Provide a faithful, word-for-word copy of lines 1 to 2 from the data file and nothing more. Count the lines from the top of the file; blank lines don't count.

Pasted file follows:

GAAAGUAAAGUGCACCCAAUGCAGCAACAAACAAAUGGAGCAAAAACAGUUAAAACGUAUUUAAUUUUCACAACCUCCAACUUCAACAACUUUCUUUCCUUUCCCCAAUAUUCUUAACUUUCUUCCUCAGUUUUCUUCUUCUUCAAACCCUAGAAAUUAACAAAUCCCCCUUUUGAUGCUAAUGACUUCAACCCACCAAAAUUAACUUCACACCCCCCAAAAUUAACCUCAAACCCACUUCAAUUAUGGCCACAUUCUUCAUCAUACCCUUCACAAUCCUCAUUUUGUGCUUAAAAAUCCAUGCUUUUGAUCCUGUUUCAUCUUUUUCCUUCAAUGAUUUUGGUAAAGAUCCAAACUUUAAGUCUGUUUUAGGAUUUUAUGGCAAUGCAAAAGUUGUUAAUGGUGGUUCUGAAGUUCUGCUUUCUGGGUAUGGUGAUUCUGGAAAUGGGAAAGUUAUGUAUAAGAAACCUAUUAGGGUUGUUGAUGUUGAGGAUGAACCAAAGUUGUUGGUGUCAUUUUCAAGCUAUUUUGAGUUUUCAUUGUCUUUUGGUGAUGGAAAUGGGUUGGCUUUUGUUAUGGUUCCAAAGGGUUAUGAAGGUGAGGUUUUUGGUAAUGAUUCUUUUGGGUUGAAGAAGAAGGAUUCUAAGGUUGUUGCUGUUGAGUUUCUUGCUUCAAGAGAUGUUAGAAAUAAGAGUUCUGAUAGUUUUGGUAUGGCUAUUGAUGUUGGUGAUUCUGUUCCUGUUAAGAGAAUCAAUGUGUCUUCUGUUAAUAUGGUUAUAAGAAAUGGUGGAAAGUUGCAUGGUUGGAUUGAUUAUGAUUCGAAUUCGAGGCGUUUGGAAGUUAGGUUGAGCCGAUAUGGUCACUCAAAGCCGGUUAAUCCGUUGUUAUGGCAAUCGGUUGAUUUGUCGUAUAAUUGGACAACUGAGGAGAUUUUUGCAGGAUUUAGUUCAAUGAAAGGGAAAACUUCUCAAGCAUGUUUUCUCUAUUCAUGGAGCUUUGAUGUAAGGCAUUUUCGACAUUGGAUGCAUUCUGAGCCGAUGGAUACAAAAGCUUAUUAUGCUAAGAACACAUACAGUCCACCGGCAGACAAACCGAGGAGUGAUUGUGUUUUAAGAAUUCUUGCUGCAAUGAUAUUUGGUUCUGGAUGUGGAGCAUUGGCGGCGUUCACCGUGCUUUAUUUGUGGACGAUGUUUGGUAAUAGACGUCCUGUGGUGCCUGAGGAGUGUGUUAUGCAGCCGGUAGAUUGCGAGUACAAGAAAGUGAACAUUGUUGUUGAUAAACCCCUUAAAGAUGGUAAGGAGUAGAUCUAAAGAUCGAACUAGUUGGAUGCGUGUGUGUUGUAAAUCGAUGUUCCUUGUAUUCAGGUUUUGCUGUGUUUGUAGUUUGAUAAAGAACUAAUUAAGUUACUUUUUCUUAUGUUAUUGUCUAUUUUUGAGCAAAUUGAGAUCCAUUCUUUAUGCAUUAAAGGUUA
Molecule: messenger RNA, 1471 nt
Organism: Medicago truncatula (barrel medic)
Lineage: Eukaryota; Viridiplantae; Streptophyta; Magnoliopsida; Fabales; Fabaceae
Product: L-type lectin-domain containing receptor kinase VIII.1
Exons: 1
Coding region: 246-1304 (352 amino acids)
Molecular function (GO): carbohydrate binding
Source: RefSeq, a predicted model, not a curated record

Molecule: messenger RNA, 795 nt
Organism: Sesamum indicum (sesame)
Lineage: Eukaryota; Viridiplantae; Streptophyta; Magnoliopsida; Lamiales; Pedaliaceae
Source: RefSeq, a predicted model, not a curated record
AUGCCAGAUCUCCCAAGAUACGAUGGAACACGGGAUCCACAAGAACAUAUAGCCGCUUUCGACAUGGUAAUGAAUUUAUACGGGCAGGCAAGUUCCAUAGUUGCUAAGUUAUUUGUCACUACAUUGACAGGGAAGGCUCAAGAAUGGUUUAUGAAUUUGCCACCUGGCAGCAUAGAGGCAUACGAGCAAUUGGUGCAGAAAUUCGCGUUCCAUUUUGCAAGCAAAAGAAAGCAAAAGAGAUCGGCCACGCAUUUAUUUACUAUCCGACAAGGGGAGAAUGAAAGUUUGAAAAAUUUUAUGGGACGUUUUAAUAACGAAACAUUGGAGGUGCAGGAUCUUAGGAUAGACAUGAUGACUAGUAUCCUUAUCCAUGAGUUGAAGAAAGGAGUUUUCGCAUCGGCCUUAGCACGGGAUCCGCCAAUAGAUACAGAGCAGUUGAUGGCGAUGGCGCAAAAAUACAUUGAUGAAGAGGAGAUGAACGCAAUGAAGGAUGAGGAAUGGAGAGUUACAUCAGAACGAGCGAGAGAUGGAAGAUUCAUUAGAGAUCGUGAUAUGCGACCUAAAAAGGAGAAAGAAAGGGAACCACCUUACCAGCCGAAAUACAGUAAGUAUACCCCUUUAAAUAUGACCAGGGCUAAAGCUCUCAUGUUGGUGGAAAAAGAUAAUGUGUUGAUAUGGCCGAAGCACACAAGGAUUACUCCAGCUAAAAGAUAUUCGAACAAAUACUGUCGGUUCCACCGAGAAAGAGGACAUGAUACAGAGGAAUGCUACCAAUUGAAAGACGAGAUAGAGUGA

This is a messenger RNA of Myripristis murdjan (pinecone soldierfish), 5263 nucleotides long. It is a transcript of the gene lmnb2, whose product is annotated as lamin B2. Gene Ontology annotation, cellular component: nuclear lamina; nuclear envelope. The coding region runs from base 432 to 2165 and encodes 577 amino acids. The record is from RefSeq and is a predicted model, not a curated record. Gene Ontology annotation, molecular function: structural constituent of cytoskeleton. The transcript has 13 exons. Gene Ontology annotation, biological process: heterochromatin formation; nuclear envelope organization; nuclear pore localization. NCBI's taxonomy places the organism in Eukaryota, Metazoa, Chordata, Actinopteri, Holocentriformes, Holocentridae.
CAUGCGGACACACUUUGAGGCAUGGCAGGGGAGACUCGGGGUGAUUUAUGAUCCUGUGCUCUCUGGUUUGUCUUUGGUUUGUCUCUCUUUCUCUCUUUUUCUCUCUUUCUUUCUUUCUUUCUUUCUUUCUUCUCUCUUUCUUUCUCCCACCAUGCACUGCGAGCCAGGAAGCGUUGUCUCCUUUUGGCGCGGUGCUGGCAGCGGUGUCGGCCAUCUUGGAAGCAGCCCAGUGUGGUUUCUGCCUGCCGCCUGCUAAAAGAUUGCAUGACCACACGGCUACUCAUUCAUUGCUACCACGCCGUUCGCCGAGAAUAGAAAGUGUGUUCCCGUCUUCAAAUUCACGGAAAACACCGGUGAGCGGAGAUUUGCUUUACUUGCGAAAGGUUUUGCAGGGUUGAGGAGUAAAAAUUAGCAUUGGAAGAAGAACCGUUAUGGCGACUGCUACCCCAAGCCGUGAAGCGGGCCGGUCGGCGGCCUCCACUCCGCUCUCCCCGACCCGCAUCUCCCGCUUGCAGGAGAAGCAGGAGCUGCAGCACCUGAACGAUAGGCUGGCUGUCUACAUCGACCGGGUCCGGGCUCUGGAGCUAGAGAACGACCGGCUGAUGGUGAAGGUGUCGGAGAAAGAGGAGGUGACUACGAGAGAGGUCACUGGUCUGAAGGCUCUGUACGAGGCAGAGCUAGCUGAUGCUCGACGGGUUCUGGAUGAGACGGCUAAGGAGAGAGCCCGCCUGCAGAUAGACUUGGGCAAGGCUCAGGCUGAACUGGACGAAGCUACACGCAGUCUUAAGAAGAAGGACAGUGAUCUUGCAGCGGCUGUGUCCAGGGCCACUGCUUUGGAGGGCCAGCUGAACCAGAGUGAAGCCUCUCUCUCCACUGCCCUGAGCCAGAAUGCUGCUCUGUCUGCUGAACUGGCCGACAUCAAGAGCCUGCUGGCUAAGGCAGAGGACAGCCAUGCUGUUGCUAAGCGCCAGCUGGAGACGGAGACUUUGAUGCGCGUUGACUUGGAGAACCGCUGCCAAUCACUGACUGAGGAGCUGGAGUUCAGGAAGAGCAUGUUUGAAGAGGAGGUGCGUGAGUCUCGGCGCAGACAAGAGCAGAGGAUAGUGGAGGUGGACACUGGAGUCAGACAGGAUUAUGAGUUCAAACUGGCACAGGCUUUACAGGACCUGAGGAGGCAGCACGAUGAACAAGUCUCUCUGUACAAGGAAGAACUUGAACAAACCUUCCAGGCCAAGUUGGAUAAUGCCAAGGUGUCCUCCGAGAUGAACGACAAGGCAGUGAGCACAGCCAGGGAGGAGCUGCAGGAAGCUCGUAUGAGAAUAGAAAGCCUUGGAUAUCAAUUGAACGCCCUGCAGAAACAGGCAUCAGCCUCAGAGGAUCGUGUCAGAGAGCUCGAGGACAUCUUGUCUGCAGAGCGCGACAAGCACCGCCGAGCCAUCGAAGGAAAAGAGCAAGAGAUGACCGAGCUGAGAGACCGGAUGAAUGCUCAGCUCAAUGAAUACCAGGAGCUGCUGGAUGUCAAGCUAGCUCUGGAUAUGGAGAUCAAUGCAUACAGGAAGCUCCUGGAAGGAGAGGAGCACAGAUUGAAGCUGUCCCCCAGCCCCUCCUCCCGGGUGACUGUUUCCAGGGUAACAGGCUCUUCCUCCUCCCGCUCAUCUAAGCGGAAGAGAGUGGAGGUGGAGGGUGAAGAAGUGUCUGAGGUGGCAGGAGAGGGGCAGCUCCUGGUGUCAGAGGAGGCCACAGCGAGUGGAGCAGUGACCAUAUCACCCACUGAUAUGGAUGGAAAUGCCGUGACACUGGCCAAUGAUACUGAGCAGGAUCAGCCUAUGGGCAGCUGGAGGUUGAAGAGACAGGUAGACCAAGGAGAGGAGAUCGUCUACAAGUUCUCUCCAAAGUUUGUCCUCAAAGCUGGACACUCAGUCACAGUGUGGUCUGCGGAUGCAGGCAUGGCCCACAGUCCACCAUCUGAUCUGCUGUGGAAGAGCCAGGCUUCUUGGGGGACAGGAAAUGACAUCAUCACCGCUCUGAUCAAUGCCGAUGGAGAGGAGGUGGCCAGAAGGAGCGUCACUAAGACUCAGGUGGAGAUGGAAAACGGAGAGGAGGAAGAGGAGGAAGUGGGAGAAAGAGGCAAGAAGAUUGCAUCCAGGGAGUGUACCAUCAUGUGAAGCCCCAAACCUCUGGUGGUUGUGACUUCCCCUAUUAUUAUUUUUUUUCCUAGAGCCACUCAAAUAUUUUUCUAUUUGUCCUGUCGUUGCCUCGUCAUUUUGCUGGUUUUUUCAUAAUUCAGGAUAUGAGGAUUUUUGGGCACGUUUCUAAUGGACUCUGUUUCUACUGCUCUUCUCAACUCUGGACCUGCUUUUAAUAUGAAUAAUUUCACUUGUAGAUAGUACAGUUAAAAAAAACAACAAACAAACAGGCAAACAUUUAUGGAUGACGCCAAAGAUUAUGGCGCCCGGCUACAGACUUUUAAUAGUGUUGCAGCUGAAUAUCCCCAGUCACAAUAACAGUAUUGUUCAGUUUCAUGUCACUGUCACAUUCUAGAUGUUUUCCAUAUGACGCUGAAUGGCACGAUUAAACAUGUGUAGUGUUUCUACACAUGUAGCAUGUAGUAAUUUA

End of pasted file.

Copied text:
GAAAGUAAAGUGCACCCAAUGCAGCAACAAACAAAUGGAGCAAAAACAGUUAAAACGUAUUUAAUUUUCACAACCUCCAACUUCAACAACUUUCUUUCCUUUCCCCAAUAUUCUUAACUUUCUUCCUCAGUUUUCUUCUUCUUCAAACCCUAGAAAUUAACAAAUCCCCCUUUUGAUGCUAAUGACUUCAACCCACCAAAAUUAACUUCACACCCCCCAAAAUUAACCUCAAACCCACUUCAAUUAUGGCCACAUUCUUCAUCAUACCCUUCACAAUCCUCAUUUUGUGCUUAAAAAUCCAUGCUUUUGAUCCUGUUUCAUCUUUUUCCUUCAAUGAUUUUGGUAAAGAUCCAAACUUUAAGUCUGUUUUAGGAUUUUAUGGCAAUGCAAAAGUUGUUAAUGGUGGUUCUGAAGUUCUGCUUUCUGGGUAUGGUGAUUCUGGAAAUGGGAAAGUUAUGUAUAAGAAACCUAUUAGGGUUGUUGAUGUUGAGGAUGAACCAAAGUUGUUGGUGUCAUUUUCAAGCUAUUUUGAGUUUUCAUUGUCUUUUGGUGAUGGAAAUGGGUUGGCUUUUGUUAUGGUUCCAAAGGGUUAUGAAGGUGAGGUUUUUGGUAAUGAUUCUUUUGGGUUGAAGAAGAAGGAUUCUAAGGUUGUUGCUGUUGAGUUUCUUGCUUCAAGAGAUGUUAGAAAUAAGAGUUCUGAUAGUUUUGGUAUGGCUAUUGAUGUUGGUGAUUCUGUUCCUGUUAAGAGAAUCAAUGUGUCUUCUGUUAAUAUGGUUAUAAGAAAUGGUGGAAAGUUGCAUGGUUGGAUUGAUUAUGAUUCGAAUUCGAGGCGUUUGGAAGUUAGGUUGAGCCGAUAUGGUCACUCAAAGCCGGUUAAUCCGUUGUUAUGGCAAUCGGUUGAUUUGUCGUAUAAUUGGACAACUGAGGAGAUUUUUGCAGGAUUUAGUUCAAUGAAAGGGAAAACUUCUCAAGCAUGUUUUCUCUAUUCAUGGAGCUUUGAUGUAAGGCAUUUUCGACAUUGGAUGCAUUCUGAGCCGAUGGAUACAAAAGCUUAUUAUGCUAAGAACACAUACAGUCCACCGGCAGACAAACCGAGGAGUGAUUGUGUUUUAAGAAUUCUUGCUGCAAUGAUAUUUGGUUCUGGAUGUGGAGCAUUGGCGGCGUUCACCGUGCUUUAUUUGUGGACGAUGUUUGGUAAUAGACGUCCUGUGGUGCCUGAGGAGUGUGUUAUGCAGCCGGUAGAUUGCGAGUACAAGAAAGUGAACAUUGUUGUUGAUAAACCCCUUAAAGAUGGUAAGGAGUAGAUCUAAAGAUCGAACUAGUUGGAUGCGUGUGUGUUGUAAAUCGAUGUUCCUUGUAUUCAGGUUUUGCUGUGUUUGUAGUUUGAUAAAGAACUAAUUAAGUUACUUUUUCUUAUGUUAUUGUCUAUUUUUGAGCAAAUUGAGAUCCAUUCUUUAUGCAUUAAAGGUUA
Molecule: messenger RNA, 1471 nt